Monday, May 27, 2013

FARMville craziness

So currently I'm in FARMville, Virginia.  Yes, that's how it is written.  ;)  I am working for the very first time at a nursing home, or in PT terms, a SNF (pronounced "sniff" = skilled nursing facility).  When speaking with the manager during my phone interview, he told me they have a pretty good variety (I am still finding out that variety) and expect 90% productivity.  I had no idea he meant on the very first day.  So needless to say I was a little overwhelmed the first day with my 10 minute tour followed by a day of patients without even getting into the computer documentation system.  Thankfully all that has now been figured out, and I'm more in the swing of things.
FARMville is a super cute little town - a main street where most of the shops close at 5 or 6 pm, lots of fields, the smell of honeysuckle abounds.
I am renting a room from a lady who owns Arabian horses,
which I have now met once (I joined the YMCA, so I've been going there after work and it's usually about dark when I return).  There is 30ish mile trail nearby that I have gone down and back via bike last weekend, and hope to do the other half soon (FARMville is basically in the middle of the 30 miles).  Here are a few pics from the High Bridge trail, and you can see why I'm enjoying the scenery around FARMville - "it's so green, it's so green" to quote my mother ;)

The Appomattox river flows under the bridge, but the bridge is much longer than what would be needed to cross the river alone - the bridge is 2400 ft long and 125 ft high.  My trusty bicycle and I were able to conquer it, however.  ;)  The bridge used to be a railroad bridge, and during the Civil War both sides tried to destroy the bridge before Lee surrendered at Appomattox.  The bridge was rebuilt/repaired after the surrender, and had traffic on it until Norfolk Southern Railroad's last train crossed in 2004, then finally it was redone into a VA state park with a 30 mile trail system.  Pretty nifty!  :)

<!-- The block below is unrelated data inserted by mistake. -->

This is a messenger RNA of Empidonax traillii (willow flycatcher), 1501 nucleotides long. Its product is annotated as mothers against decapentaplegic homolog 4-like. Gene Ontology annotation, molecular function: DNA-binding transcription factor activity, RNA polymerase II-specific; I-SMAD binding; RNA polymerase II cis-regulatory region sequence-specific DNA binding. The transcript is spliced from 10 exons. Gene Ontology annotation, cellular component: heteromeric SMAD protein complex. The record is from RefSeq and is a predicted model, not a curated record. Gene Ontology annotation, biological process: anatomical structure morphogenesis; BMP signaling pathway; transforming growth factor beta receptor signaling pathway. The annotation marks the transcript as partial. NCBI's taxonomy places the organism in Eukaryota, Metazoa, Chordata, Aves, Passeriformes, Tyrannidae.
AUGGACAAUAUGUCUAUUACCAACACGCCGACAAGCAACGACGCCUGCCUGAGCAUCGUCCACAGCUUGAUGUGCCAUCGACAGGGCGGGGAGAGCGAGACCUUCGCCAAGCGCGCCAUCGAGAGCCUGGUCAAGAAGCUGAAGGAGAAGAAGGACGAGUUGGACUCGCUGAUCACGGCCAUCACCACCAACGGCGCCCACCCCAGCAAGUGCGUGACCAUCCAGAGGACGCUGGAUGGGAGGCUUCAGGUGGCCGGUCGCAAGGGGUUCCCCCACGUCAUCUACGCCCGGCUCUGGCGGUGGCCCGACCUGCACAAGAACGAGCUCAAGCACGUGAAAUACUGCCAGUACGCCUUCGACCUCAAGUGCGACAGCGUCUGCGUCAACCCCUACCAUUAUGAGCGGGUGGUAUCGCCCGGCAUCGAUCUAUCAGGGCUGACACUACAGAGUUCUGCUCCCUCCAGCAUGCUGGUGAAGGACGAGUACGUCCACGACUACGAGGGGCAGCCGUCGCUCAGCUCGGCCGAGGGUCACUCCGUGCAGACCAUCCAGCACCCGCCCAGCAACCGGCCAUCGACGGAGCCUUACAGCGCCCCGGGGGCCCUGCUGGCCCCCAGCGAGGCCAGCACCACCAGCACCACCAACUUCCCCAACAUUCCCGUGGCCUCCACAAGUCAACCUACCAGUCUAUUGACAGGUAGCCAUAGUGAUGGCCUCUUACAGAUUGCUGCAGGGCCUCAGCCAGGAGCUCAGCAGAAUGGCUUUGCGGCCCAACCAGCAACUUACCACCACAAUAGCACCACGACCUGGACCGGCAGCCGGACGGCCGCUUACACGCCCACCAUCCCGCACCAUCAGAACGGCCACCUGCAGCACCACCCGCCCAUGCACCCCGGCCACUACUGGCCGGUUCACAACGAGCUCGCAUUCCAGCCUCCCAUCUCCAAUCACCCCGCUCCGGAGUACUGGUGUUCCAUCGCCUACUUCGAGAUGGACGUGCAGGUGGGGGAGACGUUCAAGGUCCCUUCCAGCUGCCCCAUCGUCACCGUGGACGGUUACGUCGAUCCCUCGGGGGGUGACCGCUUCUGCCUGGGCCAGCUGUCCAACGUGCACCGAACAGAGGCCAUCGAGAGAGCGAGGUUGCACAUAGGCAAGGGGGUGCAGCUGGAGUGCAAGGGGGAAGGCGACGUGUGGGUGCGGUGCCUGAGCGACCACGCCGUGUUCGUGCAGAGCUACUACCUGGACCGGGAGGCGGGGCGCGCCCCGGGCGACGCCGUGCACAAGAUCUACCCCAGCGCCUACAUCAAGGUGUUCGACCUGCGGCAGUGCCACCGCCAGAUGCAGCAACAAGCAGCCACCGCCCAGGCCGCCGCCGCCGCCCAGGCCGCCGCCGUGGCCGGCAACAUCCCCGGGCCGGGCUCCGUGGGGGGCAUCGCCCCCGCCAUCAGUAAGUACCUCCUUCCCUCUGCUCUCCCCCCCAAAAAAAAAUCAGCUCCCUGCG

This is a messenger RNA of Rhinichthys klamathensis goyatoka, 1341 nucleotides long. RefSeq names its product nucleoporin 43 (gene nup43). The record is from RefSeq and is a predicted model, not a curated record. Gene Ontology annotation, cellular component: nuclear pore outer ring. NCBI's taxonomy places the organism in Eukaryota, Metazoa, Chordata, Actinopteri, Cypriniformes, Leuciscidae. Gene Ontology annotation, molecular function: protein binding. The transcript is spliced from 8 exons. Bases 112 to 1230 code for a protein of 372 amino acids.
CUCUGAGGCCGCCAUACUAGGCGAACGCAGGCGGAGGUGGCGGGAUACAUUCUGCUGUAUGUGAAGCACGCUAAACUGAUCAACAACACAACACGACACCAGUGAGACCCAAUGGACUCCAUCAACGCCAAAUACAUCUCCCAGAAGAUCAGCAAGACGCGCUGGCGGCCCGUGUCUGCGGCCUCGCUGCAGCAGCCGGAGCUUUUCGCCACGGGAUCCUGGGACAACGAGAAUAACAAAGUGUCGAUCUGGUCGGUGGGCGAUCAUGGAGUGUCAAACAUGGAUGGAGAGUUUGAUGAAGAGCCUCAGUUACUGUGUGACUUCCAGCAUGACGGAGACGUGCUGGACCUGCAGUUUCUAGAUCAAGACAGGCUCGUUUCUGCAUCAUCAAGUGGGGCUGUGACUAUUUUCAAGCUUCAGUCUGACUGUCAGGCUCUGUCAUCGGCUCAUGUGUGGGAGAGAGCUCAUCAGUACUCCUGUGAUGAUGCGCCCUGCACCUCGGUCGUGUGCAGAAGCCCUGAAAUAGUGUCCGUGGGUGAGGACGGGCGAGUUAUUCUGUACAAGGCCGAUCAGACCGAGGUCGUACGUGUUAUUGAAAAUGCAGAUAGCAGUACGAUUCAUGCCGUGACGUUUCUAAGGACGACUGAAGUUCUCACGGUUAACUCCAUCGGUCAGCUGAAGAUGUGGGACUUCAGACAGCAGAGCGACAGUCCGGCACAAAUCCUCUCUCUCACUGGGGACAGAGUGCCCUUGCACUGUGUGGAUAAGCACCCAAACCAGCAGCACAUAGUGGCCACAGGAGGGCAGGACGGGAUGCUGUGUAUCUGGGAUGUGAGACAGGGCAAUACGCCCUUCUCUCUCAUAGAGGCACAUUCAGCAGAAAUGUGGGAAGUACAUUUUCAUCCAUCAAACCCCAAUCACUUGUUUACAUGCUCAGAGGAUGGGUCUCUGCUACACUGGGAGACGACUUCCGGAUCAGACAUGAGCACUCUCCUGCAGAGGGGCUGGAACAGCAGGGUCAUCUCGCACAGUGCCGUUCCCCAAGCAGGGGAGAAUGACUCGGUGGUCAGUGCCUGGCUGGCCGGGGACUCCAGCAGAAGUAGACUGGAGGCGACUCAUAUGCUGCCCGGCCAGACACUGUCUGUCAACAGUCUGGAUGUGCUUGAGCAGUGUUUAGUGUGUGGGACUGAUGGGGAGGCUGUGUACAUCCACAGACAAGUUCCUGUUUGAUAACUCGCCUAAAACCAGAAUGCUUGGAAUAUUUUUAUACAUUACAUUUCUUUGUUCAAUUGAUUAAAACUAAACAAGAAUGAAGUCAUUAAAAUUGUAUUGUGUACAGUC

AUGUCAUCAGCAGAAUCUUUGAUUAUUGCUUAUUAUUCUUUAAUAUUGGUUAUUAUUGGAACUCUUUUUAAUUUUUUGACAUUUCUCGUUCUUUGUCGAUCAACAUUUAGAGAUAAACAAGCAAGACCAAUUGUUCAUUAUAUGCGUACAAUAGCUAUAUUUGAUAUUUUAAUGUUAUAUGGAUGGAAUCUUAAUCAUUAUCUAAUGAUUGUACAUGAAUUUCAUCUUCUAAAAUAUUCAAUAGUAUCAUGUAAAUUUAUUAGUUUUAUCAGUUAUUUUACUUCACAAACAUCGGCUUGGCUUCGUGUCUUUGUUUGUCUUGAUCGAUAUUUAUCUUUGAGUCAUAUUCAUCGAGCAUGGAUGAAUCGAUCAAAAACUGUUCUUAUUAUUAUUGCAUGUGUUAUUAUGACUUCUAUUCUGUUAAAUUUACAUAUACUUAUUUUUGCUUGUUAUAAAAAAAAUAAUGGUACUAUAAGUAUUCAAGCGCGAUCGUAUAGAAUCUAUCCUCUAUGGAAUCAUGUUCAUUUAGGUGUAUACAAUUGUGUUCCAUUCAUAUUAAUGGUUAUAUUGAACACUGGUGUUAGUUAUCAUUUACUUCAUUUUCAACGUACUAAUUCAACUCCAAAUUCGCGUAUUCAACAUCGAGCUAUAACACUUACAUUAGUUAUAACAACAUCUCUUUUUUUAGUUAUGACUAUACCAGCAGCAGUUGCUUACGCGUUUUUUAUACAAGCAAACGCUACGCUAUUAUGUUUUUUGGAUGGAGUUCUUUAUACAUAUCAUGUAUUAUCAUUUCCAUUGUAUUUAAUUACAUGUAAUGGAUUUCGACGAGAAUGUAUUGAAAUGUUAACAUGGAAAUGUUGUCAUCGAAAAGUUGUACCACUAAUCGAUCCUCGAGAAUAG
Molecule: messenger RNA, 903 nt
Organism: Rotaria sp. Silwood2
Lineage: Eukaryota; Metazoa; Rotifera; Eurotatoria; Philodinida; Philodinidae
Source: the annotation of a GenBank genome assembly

So back to that "variety" I was talking about at the SNF.  The patients have some CRAZY stories - because some of them are a little off their rocker, whether it be dementia, schizophrenia, or other mental illness related.  I've had patients tell me they've lived on Saturn, had an affair with Jesus Christ, have ESP, could ride motorcycles backwards (that one I believe), had a husband shoot at them (again, that one I believe), dated a gay porn star (again, this one I believe).  You also hear some stories that are sad about kids that didn't turn out well and they haven't talked in years, or they steal from their parents, as well as stories of questionable actions by family members or authorities figures when these patients were children or young adults.  Sometimes you laugh, sometimes you want to cry, but above all, you realize how despite what comes off as a little crazy, everyone has a story to tell, everyone has worth that is not governed by what they can do now, but who they are and Jesus loves them for who they are.  It reminds me of the passage in Matthew 25 separating the sheep from the goats: